For Benjamin Netanyahu, timing is a beautiful thing.
When Mahmoud Abbas announced the formation of a Fatah-Hamas unity government on Wednesday, Bibi knew he had it made. He pulled out of the peace talks on Thursday, doing the smartest possible thing at the smartest possible moment. Not the wise thing, not the morally right thing — but, strategically speaking, the smart thing. Here’s why.
1. Abbas gave Israel the perfect out, at the perfect moment
The deadline for U.S.-brokered peace talks — April 29 — was looming, and it really looked as if John Kerry’s endeavor was going to come to an end with a whimper. If that were to happen, Israel would come out looking pretty bad, what with the ongoing settlement building and merciless mocking of Kerry that have characterized its participation in the process.
But then, all of a sudden, Abbas announced something nobody was expecting: a unity accord with — Hamas! Hamas, the internationally recognized terrorist group! What could be easier to condemn? Could anyone have imagined a better excuse to call it quits? It was almost too good to be true.
2. Condemning Fatah-Hamas unity implies a Catch-22, but the public won’t see it
There is, of course, a glaring Catch-22 inherent in condemning Fatah-Hamas unity. The Forward’s J.J. Goldberg summed it up perfectly:
Last week there was no point in Israel closing a deal with the Fatah-led Palestinian Authority because it could only speak for the West Bank half of the Palestinians, given that Gaza is controlled by Hamas. Today there’s no point in closing a deal because the Palestinian Authority is finalizing an agreement for joint rule with Hamas, which will put it in partnership with a terrorist organization sworn to Israel’s destruction.
Luckily, Bibi could feel reasonably confident that most people wouldn’t latch onto this absurdity. The pro-Israel right, happily Facebooking and tweeting the gruesome Hamas-inflicted death stats that the Israeli government loves to disseminate on social media, would feel that Abbas had just confirmed their suspicions (“See, he never misses an opportunity to miss an opportunity!”). As for the left-wingers scrolling down the long list of countries that have designated Hamas a terrorist group, they would find themselves at an uncomfortable loss for what to say — after all, Hamas has shed a lot of innocent blood — and so would say nothing.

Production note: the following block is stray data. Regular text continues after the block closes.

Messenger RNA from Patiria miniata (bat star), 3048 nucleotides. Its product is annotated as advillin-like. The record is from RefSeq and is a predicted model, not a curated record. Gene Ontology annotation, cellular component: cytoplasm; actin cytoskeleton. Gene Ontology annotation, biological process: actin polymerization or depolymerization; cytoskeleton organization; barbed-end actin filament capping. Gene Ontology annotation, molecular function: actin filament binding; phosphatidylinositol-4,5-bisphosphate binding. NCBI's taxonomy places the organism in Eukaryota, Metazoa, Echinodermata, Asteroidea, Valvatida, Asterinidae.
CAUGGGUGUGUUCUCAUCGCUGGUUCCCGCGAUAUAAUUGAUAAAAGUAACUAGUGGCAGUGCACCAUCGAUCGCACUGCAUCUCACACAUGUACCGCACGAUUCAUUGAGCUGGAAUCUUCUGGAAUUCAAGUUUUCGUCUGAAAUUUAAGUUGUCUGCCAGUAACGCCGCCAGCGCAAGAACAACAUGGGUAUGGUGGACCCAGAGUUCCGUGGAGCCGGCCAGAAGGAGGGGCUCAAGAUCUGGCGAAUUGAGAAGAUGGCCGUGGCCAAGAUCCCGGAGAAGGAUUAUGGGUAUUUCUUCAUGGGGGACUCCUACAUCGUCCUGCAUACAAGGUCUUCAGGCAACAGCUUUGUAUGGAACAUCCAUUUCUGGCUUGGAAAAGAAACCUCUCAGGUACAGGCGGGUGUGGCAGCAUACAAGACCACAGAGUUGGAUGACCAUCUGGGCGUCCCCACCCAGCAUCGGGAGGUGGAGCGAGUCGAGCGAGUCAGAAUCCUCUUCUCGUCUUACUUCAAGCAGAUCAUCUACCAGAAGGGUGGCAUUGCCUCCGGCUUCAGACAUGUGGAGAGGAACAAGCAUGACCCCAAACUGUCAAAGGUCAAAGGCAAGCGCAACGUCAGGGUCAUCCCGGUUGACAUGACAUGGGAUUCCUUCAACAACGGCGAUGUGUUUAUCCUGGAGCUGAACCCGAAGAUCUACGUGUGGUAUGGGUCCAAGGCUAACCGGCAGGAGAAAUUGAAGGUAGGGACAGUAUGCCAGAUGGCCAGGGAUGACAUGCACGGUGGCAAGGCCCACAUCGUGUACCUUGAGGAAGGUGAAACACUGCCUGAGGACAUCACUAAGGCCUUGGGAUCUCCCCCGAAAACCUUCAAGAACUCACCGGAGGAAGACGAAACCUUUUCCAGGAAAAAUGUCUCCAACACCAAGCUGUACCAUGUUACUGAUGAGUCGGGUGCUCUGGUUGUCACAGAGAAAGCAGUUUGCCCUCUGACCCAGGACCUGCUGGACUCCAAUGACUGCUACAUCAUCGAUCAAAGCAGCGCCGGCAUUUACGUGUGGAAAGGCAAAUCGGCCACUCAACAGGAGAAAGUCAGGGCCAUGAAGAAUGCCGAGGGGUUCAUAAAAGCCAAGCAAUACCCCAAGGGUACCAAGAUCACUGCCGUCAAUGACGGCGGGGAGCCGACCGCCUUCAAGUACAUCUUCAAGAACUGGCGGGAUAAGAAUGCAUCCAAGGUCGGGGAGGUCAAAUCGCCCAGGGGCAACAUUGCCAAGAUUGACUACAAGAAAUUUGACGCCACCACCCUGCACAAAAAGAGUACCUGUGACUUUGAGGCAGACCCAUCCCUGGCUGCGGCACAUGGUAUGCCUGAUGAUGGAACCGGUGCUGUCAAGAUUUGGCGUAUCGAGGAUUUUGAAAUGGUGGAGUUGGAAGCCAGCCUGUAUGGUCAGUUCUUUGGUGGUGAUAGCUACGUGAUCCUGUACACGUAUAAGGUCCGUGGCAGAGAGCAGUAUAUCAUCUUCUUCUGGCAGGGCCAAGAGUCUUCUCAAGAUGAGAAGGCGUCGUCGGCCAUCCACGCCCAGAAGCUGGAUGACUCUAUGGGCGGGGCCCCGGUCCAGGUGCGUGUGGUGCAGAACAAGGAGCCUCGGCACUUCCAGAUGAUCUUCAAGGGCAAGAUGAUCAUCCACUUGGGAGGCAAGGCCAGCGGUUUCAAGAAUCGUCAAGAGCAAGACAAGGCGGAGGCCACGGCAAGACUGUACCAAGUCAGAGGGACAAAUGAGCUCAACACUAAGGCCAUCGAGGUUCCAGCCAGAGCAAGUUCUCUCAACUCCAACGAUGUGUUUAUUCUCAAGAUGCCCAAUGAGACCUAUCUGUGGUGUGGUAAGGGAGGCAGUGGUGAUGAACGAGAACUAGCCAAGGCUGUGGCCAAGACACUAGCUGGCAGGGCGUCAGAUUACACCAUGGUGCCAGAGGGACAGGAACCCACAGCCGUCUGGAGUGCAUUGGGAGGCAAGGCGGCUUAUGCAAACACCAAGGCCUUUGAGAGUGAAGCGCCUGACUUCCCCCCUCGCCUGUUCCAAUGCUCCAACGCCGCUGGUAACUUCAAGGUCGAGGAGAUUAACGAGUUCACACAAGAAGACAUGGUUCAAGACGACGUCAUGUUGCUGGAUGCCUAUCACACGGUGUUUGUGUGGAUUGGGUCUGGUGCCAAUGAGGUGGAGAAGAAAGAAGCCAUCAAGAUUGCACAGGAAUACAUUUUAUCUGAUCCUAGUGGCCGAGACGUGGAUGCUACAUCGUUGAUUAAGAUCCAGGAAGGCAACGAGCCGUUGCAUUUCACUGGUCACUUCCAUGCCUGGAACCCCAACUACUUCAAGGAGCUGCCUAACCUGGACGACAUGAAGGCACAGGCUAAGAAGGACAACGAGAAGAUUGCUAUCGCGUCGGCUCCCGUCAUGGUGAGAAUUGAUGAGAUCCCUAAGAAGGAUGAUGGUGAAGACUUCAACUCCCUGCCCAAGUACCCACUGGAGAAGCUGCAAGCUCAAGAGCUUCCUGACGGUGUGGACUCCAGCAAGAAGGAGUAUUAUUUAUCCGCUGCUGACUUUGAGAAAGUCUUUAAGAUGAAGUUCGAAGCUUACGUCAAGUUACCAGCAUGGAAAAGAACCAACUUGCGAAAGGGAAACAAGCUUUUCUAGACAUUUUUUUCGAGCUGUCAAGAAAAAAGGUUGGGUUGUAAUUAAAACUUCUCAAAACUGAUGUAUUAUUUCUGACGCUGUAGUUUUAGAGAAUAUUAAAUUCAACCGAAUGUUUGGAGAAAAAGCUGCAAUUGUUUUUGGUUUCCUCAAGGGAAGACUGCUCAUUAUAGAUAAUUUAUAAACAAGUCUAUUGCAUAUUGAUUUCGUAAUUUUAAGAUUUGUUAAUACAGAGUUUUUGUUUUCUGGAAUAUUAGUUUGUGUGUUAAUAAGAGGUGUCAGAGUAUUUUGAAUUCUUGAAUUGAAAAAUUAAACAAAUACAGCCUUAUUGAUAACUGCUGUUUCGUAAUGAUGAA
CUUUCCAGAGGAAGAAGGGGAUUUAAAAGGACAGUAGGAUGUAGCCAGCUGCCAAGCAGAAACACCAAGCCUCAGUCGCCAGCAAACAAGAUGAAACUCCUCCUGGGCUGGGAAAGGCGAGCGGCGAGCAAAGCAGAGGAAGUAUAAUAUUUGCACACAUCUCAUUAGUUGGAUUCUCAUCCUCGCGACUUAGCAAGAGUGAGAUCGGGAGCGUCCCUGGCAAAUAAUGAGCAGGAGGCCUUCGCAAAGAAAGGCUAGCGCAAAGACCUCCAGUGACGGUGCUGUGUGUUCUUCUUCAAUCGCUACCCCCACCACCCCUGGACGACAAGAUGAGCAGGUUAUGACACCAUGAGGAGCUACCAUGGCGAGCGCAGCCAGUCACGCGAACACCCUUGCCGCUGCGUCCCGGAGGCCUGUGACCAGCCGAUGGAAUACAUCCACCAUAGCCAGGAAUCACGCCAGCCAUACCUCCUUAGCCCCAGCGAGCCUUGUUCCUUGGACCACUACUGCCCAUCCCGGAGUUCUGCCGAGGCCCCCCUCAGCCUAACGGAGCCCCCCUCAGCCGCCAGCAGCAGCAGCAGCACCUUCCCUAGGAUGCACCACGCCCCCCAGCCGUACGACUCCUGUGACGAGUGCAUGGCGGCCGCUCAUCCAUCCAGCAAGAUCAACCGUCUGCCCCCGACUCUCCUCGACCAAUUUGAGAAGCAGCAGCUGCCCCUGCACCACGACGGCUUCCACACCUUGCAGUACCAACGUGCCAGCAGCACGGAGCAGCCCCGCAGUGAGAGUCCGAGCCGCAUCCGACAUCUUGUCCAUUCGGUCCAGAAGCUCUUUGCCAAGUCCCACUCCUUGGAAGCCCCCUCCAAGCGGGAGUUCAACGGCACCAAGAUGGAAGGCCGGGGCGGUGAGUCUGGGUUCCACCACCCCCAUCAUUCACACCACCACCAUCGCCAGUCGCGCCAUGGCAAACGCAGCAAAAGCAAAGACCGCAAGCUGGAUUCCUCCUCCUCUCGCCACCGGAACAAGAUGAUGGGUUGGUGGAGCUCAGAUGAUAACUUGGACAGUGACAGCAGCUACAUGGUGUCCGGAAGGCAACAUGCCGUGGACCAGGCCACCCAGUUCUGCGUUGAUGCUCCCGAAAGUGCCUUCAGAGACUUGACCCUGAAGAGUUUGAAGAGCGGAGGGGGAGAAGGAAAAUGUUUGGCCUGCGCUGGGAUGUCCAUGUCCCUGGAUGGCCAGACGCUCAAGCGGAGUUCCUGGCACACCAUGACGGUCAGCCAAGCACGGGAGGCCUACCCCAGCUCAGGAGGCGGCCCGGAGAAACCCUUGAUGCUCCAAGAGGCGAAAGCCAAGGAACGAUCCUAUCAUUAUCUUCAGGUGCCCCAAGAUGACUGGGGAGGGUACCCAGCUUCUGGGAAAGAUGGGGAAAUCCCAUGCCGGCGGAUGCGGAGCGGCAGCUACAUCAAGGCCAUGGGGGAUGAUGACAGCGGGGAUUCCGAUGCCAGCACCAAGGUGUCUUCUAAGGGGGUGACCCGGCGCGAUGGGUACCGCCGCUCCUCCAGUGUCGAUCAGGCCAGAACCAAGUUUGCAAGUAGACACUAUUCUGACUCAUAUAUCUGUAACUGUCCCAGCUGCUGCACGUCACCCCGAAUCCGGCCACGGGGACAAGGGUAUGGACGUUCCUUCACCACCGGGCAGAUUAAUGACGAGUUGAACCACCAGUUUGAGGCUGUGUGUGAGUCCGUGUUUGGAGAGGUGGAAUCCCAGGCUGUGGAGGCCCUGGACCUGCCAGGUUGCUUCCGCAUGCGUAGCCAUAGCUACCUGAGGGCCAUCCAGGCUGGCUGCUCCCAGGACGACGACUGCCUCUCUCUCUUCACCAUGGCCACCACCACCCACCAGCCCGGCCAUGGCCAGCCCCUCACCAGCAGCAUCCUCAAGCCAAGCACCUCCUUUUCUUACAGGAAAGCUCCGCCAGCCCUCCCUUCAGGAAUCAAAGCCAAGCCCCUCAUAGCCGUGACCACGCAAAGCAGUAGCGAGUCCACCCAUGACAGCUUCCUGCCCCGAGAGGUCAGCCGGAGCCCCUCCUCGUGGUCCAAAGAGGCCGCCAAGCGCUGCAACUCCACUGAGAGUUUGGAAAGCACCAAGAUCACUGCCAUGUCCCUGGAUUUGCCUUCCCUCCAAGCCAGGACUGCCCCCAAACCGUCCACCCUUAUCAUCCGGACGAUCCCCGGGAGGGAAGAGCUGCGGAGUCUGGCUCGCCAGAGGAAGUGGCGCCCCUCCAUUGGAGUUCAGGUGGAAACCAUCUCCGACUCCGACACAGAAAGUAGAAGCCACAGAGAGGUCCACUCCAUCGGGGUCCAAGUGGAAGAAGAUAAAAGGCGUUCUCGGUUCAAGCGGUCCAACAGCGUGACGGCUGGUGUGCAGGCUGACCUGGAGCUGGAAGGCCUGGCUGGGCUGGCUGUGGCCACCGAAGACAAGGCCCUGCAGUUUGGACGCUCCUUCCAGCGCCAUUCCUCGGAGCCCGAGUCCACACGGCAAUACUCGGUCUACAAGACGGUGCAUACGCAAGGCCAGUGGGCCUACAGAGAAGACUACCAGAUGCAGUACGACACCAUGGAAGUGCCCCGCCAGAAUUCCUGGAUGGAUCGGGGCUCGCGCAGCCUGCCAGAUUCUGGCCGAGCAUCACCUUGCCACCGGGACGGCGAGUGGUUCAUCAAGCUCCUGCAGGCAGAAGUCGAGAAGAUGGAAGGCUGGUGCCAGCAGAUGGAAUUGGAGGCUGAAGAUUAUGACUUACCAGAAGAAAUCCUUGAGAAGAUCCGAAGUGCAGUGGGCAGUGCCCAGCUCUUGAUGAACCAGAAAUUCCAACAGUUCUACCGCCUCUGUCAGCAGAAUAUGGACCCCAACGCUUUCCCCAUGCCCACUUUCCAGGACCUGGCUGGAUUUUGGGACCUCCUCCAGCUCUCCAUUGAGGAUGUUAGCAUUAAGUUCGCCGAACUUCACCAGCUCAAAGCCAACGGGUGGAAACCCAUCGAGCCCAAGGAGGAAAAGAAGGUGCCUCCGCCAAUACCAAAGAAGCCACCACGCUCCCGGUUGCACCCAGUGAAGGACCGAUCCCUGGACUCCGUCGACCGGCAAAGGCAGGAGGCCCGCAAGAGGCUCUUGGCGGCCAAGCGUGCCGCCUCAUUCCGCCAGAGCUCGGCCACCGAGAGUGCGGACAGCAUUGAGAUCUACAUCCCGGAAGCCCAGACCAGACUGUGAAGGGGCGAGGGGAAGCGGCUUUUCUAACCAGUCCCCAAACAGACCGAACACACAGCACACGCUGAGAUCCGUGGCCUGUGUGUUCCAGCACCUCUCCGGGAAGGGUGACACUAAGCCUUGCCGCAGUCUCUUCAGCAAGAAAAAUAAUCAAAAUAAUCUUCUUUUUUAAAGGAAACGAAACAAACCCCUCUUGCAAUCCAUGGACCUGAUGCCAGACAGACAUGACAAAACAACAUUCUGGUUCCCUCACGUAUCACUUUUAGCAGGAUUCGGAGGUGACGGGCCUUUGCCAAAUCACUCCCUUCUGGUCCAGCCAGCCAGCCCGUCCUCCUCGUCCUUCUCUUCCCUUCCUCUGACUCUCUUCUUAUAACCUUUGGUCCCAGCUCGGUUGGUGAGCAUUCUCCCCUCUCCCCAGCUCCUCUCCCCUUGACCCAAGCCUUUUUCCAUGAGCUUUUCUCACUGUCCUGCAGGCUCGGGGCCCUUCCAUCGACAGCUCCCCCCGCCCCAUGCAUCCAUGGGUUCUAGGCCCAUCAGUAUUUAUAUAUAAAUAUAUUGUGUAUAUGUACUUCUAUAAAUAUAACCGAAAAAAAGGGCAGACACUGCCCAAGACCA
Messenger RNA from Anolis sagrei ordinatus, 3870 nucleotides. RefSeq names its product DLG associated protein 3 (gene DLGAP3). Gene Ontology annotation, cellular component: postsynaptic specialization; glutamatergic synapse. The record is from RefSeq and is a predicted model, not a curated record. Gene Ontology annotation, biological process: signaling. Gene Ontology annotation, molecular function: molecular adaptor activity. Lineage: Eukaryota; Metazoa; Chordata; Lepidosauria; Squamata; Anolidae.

And here, too, timing was on Bibi’s side. Because it just so happened that Abbas’s announcement came…
3. Just in time for Holocaust Remembrance Day!
That the Fatah-Hamas unity accord was announced just days before Yom HaShoah was icing on the cake for Bibi. It allowed him to make Hamas/Nazi comparisons galore. It gave him the perfect excuse to fill his speeches and social media platforms with statements like “Hamas denies the Holocaust even as it attempts to create an additional Holocaust by destroying the State of Israel.”
If some Jews around the world thought it was tacky of him to exploit the memory of the six million for the sake of a political play — well, what of it? He was on a roll.
4. Abbas’s announcement caught Kerry completely off guard
And just when he was about to throw them a party, too.
As Haaretz reported, Kerry could not help taking the Palestinians’ surprise move as a personal insult — especially since it happened exactly one day ahead of a big shindig he was organizing for them in Washington. This party turned out to be a particularly embarrassing affair, since it was supposed to be about firing up the Palestinian economy and laying the foundation for a future Palestinian state.
Since Abbas was the one who rained on Kerry’s parade, the Palestinians were the ones to catch the initial brunt of his outrage. In those first public-image-defining moments, he was too furious with the Palestinians to spare much fury for the Israelis.
5. Bibi knows Israel will get what it wants out of the U.S. anyway
Bibi has been around the negotiations block before and, as Emily Hauser pointed out, he knows by now what will happen if he contravenes American wishes: nothing. A slap on the wrist, maybe, but no real consequences. The U.S. will still support Israel at the U.N., will still bankroll it, will still insist on its right to be recognized as a Jewish state. Maintaining the status quo has always served Israel well — it means that, with every year, more settlements get built and the national conversation tilts a little more heavily to the right — so why change gears now?
Of course, there are a million reasons why changing gears now would be the right and wise thing to do: 47 years is a long time to perpetuate an occupation, no matter what your rationale; international opinion is increasingly turning against Israel, with negative economic results; the Palestinians, having already achieved statehood status at the U.N., are bound to find more sympathy and success in that arena before long; as far as its own population, Israel is sending a message to the messianic right-wing fringe that they should keep on putting their ugliest face forward, because it works; even trusty old Kerry is starting to say that, if it goes on this way, Israel risks becoming “an apartheid state”.
There’s no doubt about it: If Bibi had really wanted to do what was right and wise, he would have handled the peace negotiations very, very differently. But then he wouldn’t be Bibi.